Here, we specifically explored differences in the CTh AI of the brains of healthy participants. For AI studies, CTh is a robust metric to use [17,39,40,41,42,43,44]. We first aimed at replicating and extending past work on CTh AI development by comparing students’ CTh AI with adults’ CTh AI at the whole-brain level. We hypothesized a null difference between the two groups. We further split the student participants’ dataset based on their schooling experience: the ones enrolled in Montessori versus the ones enrolled in traditional schools. Adopting a down-scaling approach, we explored CTh AI at the whole-brain, lobe-wise and subregions levels. Based on previous work contrasting students from Montessori and traditional schools revealing differences in memory-related skills and underlying neural connectivity [2,3,4,13], we expected asymmetry to be observed across development, specifically in the PHC subregion (to the left for Montessori pedagogy and to the right for traditional pedagogy) differences related to experience at school. These hypotheses are mainly based on the known functional lateralization of the PHC region [31,32,33].

2. Materials and Methods

2.1. Participants

In the framework of a large study on pedagogy and brain development that has been running since 2018, 3-to-18-year-old healthy participants are regularly recruited in local schools. Inclusion criteria comprise schooling background (i.e., traditional or Montessori pedagogy), age (3–18 y.o.), and no diagnosis of neurodevelopmental or learning disorders. At the time of this study, a total of 112 participants were recruited with neuroanatomical data: fifty-six experiencing Montessori pedagogy and fifty-six experiencing traditional pedagogy. One participant was excluded because of excessive movement (n = 1). The final sample size for the analyses consisted of 111 participants (mean age = 10.45, SD = 3.39, 62 girls, 9 left-handed, Table 1). Fifty-six participants were experiencing Montessori pedagogy (mean age = 10.02, SD = 3.13, 27 girls, 4 left-handed, Table 1) and 55 participants were experiencing traditional pedagogy (mean age = 10.91, SD = 3.61, 35 girls, 5 left-handed, Table 1). Oral consent from the participants and written approval from the their parents were collected. Participants were compensated with a voucher or a neuroscience book.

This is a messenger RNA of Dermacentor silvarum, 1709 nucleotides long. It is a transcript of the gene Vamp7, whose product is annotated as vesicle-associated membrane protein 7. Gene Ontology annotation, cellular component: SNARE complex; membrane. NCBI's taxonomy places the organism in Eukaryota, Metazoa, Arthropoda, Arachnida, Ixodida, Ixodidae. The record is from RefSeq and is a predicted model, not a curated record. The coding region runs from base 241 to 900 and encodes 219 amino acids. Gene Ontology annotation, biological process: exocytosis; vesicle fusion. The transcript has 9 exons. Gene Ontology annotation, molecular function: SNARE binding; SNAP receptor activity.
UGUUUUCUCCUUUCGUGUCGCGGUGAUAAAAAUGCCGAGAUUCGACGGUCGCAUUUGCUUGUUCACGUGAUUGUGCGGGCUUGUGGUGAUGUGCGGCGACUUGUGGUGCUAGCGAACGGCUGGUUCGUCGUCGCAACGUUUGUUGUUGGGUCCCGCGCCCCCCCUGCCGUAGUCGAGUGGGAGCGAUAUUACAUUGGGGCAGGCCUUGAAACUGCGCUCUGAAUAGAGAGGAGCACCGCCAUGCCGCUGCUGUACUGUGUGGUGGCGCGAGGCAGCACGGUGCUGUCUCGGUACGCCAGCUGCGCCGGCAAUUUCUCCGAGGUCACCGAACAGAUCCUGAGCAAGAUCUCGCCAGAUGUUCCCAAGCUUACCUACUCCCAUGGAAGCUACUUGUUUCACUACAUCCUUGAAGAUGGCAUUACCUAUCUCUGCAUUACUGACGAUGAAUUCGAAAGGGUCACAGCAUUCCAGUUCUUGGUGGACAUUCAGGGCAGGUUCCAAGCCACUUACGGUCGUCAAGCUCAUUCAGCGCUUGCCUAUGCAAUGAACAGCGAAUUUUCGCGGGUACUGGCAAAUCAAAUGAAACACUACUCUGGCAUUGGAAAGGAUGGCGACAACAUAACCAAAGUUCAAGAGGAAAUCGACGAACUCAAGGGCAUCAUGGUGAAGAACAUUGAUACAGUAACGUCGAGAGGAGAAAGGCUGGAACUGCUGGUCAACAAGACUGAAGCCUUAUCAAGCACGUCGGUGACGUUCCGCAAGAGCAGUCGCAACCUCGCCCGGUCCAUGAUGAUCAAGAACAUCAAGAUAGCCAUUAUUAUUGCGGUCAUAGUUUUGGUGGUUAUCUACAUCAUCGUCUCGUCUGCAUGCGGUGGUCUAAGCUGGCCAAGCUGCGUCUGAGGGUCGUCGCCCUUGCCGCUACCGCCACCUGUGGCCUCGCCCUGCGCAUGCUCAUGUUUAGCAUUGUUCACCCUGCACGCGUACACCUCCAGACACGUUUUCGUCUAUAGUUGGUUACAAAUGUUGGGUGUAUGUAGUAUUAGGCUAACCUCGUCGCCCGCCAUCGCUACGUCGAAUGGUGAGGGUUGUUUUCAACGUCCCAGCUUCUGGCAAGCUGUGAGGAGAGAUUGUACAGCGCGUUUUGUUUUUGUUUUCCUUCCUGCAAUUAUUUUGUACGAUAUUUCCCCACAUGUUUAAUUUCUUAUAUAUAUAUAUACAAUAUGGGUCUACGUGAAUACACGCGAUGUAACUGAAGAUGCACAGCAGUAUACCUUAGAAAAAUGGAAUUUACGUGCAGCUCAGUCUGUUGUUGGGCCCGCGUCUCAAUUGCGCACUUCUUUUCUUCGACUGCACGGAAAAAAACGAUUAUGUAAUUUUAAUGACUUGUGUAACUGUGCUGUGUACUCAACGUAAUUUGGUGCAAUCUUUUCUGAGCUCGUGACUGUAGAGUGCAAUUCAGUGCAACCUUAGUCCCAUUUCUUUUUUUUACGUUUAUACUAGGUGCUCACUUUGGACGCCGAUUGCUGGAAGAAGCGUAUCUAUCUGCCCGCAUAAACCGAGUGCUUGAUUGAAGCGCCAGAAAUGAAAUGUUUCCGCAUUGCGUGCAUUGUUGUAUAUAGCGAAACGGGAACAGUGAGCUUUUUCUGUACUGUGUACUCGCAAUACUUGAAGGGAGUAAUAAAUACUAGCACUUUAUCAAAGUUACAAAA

As part of the same study, adults are regularly recruited by word of mouth. At the time of this study, a total of 78 adults were recruited. Data from one participant was excluded because of incompatibility with the MR scanner, leading to a total of 77 adults (mean age = 29.44, SD = 10.28, 38 women). Because of bimodal age distribution, only 20-to-30-year-old adult images were retained for the current study. The final sample size consisted of 51 adults (mean age = 23.95, SD = 2.02, 28 women, Table 1). Written approval for each participant was collected.
The present study was conducted in accordance with the Declaration of Helsinki, and the local ethics committee (Commission d’Ethique Romande—Vaud) approved the study protocol (PB_2016-02008, 204/15).

2.2. Group Variables

In Switzerland, the free-access schooling system is based on a strictly applied traditional pedagogy, whereas schooling systems with Montessori pedagogy are not free of charge. This can potentially lead to a selection bias, as the participants who have access to the Montessori pedagogy may have a higher socioeconomic background. In order to counter-balance this selection bias, details about parents’ socioeconomic status, home environment and participants’ fluid intelligence were gathered.